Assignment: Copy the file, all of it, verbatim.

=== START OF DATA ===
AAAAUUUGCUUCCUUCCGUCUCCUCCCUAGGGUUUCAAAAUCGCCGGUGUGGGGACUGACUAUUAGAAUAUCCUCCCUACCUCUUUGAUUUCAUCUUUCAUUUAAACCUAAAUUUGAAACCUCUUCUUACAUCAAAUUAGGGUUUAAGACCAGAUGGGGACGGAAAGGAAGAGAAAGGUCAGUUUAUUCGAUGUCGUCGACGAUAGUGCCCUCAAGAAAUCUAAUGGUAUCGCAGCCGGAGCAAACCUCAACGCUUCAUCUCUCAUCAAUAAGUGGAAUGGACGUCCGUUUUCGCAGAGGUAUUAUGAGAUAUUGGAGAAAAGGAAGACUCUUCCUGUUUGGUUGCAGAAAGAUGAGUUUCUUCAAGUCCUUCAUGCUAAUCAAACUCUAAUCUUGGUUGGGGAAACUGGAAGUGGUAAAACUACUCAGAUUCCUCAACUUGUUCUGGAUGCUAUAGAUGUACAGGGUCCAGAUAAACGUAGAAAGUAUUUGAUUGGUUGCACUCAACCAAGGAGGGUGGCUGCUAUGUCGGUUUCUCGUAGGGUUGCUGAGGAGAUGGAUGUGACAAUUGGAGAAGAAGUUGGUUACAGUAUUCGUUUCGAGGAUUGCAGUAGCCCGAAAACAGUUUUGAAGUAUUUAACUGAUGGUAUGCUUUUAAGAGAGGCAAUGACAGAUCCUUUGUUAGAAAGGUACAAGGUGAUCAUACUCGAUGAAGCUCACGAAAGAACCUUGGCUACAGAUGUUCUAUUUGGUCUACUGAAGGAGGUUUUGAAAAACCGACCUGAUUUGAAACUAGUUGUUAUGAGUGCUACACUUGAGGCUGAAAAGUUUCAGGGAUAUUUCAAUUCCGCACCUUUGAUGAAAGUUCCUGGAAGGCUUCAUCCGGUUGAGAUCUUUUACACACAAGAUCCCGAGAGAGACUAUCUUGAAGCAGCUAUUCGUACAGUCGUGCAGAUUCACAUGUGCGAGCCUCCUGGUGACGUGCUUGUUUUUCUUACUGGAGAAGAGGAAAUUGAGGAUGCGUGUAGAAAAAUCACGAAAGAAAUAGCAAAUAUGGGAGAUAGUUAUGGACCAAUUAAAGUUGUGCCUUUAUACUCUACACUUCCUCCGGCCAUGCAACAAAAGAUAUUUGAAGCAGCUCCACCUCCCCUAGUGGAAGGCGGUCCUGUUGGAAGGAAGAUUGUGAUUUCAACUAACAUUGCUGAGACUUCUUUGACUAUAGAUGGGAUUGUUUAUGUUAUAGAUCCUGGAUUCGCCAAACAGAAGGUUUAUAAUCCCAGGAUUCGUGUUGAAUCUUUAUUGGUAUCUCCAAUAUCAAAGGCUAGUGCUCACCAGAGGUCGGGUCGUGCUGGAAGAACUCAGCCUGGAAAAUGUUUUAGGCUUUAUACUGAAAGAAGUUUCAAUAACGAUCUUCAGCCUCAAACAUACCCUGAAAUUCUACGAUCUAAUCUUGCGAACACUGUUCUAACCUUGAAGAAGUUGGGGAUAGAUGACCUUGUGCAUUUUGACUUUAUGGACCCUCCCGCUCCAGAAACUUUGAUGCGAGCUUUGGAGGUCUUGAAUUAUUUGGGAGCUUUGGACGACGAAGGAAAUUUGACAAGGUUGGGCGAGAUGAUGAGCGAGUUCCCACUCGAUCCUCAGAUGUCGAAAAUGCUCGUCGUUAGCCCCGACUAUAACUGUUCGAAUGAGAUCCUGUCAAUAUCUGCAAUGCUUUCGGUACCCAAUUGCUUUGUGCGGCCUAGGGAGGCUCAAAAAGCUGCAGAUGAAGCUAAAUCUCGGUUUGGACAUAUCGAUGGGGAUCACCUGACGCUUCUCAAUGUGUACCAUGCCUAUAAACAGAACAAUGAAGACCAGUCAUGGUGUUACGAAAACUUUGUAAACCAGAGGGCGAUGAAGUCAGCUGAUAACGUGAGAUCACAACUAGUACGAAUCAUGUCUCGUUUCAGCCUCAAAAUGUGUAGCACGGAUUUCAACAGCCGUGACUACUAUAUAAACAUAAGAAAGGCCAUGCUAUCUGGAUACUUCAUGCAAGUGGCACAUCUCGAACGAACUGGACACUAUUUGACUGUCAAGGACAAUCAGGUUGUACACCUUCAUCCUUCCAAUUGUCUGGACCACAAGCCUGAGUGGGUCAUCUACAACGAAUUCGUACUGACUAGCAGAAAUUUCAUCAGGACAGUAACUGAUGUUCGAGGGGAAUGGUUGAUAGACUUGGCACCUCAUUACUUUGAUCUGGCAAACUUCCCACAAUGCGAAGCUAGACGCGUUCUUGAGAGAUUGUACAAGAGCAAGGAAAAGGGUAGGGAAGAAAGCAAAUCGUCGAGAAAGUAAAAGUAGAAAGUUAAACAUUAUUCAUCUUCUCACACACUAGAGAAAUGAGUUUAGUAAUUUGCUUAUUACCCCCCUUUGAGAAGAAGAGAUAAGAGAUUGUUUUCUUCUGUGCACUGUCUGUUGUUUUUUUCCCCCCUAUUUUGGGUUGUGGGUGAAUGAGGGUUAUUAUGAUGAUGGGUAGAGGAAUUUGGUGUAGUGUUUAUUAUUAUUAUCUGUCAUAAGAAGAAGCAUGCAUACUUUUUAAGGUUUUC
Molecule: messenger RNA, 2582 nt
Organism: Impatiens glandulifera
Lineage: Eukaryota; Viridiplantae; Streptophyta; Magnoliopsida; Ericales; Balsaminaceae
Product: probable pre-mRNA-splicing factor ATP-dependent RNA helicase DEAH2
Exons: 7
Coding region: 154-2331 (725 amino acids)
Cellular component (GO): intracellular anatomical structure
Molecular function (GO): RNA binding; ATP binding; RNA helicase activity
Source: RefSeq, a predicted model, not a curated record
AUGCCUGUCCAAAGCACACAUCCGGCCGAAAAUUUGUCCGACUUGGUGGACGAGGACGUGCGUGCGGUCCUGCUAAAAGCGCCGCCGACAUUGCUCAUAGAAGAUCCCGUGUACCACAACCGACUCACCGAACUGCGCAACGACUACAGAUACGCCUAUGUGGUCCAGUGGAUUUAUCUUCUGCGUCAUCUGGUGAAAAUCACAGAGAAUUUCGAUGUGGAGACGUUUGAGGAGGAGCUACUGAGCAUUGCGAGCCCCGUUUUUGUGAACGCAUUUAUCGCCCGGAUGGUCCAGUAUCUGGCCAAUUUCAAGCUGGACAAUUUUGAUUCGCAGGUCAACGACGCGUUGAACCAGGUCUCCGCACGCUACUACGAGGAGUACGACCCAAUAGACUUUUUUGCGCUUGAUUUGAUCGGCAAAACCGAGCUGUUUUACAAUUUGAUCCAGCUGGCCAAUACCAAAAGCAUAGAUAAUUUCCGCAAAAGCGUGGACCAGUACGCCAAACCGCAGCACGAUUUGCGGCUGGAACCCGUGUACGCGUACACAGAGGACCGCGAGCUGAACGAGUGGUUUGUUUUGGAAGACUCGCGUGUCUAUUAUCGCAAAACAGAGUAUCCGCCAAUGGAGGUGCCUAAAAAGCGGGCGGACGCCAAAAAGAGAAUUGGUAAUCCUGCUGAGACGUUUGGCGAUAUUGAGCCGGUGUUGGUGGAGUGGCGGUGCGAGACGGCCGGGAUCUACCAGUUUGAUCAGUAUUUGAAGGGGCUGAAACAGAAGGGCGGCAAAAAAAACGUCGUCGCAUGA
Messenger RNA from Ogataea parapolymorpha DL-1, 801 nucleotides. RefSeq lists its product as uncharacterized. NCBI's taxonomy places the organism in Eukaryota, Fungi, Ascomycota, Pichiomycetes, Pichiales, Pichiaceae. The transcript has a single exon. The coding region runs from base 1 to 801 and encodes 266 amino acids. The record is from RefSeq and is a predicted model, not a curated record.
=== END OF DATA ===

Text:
AAAAUUUGCUUCCUUCCGUCUCCUCCCUAGGGUUUCAAAAUCGCCGGUGUGGGGACUGACUAUUAGAAUAUCCUCCCUACCUCUUUGAUUUCAUCUUUCAUUUAAACCUAAAUUUGAAACCUCUUCUUACAUCAAAUUAGGGUUUAAGACCAGAUGGGGACGGAAAGGAAGAGAAAGGUCAGUUUAUUCGAUGUCGUCGACGAUAGUGCCCUCAAGAAAUCUAAUGGUAUCGCAGCCGGAGCAAACCUCAACGCUUCAUCUCUCAUCAAUAAGUGGAAUGGACGUCCGUUUUCGCAGAGGUAUUAUGAGAUAUUGGAGAAAAGGAAGACUCUUCCUGUUUGGUUGCAGAAAGAUGAGUUUCUUCAAGUCCUUCAUGCUAAUCAAACUCUAAUCUUGGUUGGGGAAACUGGAAGUGGUAAAACUACUCAGAUUCCUCAACUUGUUCUGGAUGCUAUAGAUGUACAGGGUCCAGAUAAACGUAGAAAGUAUUUGAUUGGUUGCACUCAACCAAGGAGGGUGGCUGCUAUGUCGGUUUCUCGUAGGGUUGCUGAGGAGAUGGAUGUGACAAUUGGAGAAGAAGUUGGUUACAGUAUUCGUUUCGAGGAUUGCAGUAGCCCGAAAACAGUUUUGAAGUAUUUAACUGAUGGUAUGCUUUUAAGAGAGGCAAUGACAGAUCCUUUGUUAGAAAGGUACAAGGUGAUCAUACUCGAUGAAGCUCACGAAAGAACCUUGGCUACAGAUGUUCUAUUUGGUCUACUGAAGGAGGUUUUGAAAAACCGACCUGAUUUGAAACUAGUUGUUAUGAGUGCUACACUUGAGGCUGAAAAGUUUCAGGGAUAUUUCAAUUCCGCACCUUUGAUGAAAGUUCCUGGAAGGCUUCAUCCGGUUGAGAUCUUUUACACACAAGAUCCCGAGAGAGACUAUCUUGAAGCAGCUAUUCGUACAGUCGUGCAGAUUCACAUGUGCGAGCCUCCUGGUGACGUGCUUGUUUUUCUUACUGGAGAAGAGGAAAUUGAGGAUGCGUGUAGAAAAAUCACGAAAGAAAUAGCAAAUAUGGGAGAUAGUUAUGGACCAAUUAAAGUUGUGCCUUUAUACUCUACACUUCCUCCGGCCAUGCAACAAAAGAUAUUUGAAGCAGCUCCACCUCCCCUAGUGGAAGGCGGUCCUGUUGGAAGGAAGAUUGUGAUUUCAACUAACAUUGCUGAGACUUCUUUGACUAUAGAUGGGAUUGUUUAUGUUAUAGAUCCUGGAUUCGCCAAACAGAAGGUUUAUAAUCCCAGGAUUCGUGUUGAAUCUUUAUUGGUAUCUCCAAUAUCAAAGGCUAGUGCUCACCAGAGGUCGGGUCGUGCUGGAAGAACUCAGCCUGGAAAAUGUUUUAGGCUUUAUACUGAAAGAAGUUUCAAUAACGAUCUUCAGCCUCAAACAUACCCUGAAAUUCUACGAUCUAAUCUUGCGAACACUGUUCUAACCUUGAAGAAGUUGGGGAUAGAUGACCUUGUGCAUUUUGACUUUAUGGACCCUCCCGCUCCAGAAACUUUGAUGCGAGCUUUGGAGGUCUUGAAUUAUUUGGGAGCUUUGGACGACGAAGGAAAUUUGACAAGGUUGGGCGAGAUGAUGAGCGAGUUCCCACUCGAUCCUCAGAUGUCGAAAAUGCUCGUCGUUAGCCCCGACUAUAACUGUUCGAAUGAGAUCCUGUCAAUAUCUGCAAUGCUUUCGGUACCCAAUUGCUUUGUGCGGCCUAGGGAGGCUCAAAAAGCUGCAGAUGAAGCUAAAUCUCGGUUUGGACAUAUCGAUGGGGAUCACCUGACGCUUCUCAAUGUGUACCAUGCCUAUAAACAGAACAAUGAAGACCAGUCAUGGUGUUACGAAAACUUUGUAAACCAGAGGGCGAUGAAGUCAGCUGAUAACGUGAGAUCACAACUAGUACGAAUCAUGUCUCGUUUCAGCCUCAAAAUGUGUAGCACGGAUUUCAACAGCCGUGACUACUAUAUAAACAUAAGAAAGGCCAUGCUAUCUGGAUACUUCAUGCAAGUGGCACAUCUCGAACGAACUGGACACUAUUUGACUGUCAAGGACAAUCAGGUUGUACACCUUCAUCCUUCCAAUUGUCUGGACCACAAGCCUGAGUGGGUCAUCUACAACGAAUUCGUACUGACUAGCAGAAAUUUCAUCAGGACAGUAACUGAUGUUCGAGGGGAAUGGUUGAUAGACUUGGCACCUCAUUACUUUGAUCUGGCAAACUUCCCACAAUGCGAAGCUAGACGCGUUCUUGAGAGAUUGUACAAGAGCAAGGAAAAGGGUAGGGAAGAAAGCAAAUCGUCGAGAAAGUAAAAGUAGAAAGUUAAACAUUAUUCAUCUUCUCACACACUAGAGAAAUGAGUUUAGUAAUUUGCUUAUUACCCCCCUUUGAGAAGAAGAGAUAAGAGAUUGUUUUCUUCUGUGCACUGUCUGUUGUUUUUUUCCCCCCUAUUUUGGGUUGUGGGUGAAUGAGGGUUAUUAUGAUGAUGGGUAGAGGAAUUUGGUGUAGUGUUUAUUAUUAUUAUCUGUCAUAAGAAGAAGCAUGCAUACUUUUUAAGGUUUUC
Molecule: messenger RNA, 2582 nt
Organism: Impatiens glandulifera
Lineage: Eukaryota; Viridiplantae; Streptophyta; Magnoliopsida; Ericales; Balsaminaceae
Product: probable pre-mRNA-splicing factor ATP-dependent RNA helicase DEAH2
Exons: 7
Coding region: 154-2331 (725 amino acids)
Cellular component (GO): intracellular anatomical structure
Molecular function (GO): RNA binding; ATP binding; RNA helicase activity
Source: RefSeq, a predicted model, not a curated record
AUGCCUGUCCAAAGCACACAUCCGGCCGAAAAUUUGUCCGACUUGGUGGACGAGGACGUGCGUGCGGUCCUGCUAAAAGCGCCGCCGACAUUGCUCAUAGAAGAUCCCGUGUACCACAACCGACUCACCGAACUGCGCAACGACUACAGAUACGCCUAUGUGGUCCAGUGGAUUUAUCUUCUGCGUCAUCUGGUGAAAAUCACAGAGAAUUUCGAUGUGGAGACGUUUGAGGAGGAGCUACUGAGCAUUGCGAGCCCCGUUUUUGUGAACGCAUUUAUCGCCCGGAUGGUCCAGUAUCUGGCCAAUUUCAAGCUGGACAAUUUUGAUUCGCAGGUCAACGACGCGUUGAACCAGGUCUCCGCACGCUACUACGAGGAGUACGACCCAAUAGACUUUUUUGCGCUUGAUUUGAUCGGCAAAACCGAGCUGUUUUACAAUUUGAUCCAGCUGGCCAAUACCAAAAGCAUAGAUAAUUUCCGCAAAAGCGUGGACCAGUACGCCAAACCGCAGCACGAUUUGCGGCUGGAACCCGUGUACGCGUACACAGAGGACCGCGAGCUGAACGAGUGGUUUGUUUUGGAAGACUCGCGUGUCUAUUAUCGCAAAACAGAGUAUCCGCCAAUGGAGGUGCCUAAAAAGCGGGCGGACGCCAAAAAGAGAAUUGGUAAUCCUGCUGAGACGUUUGGCGAUAUUGAGCCGGUGUUGGUGGAGUGGCGGUGCGAGACGGCCGGGAUCUACCAGUUUGAUCAGUAUUUGAAGGGGCUGAAACAGAAGGGCGGCAAAAAAAACGUCGUCGCAUGA
Messenger RNA from Ogataea parapolymorpha DL-1, 801 nucleotides. RefSeq lists its product as uncharacterized. NCBI's taxonomy places the organism in Eukaryota, Fungi, Ascomycota, Pichiomycetes, Pichiales, Pichiaceae. The transcript has a single exon. The coding region runs from base 1 to 801 and encodes 266 amino acids. The record is from RefSeq and is a predicted model, not a curated record.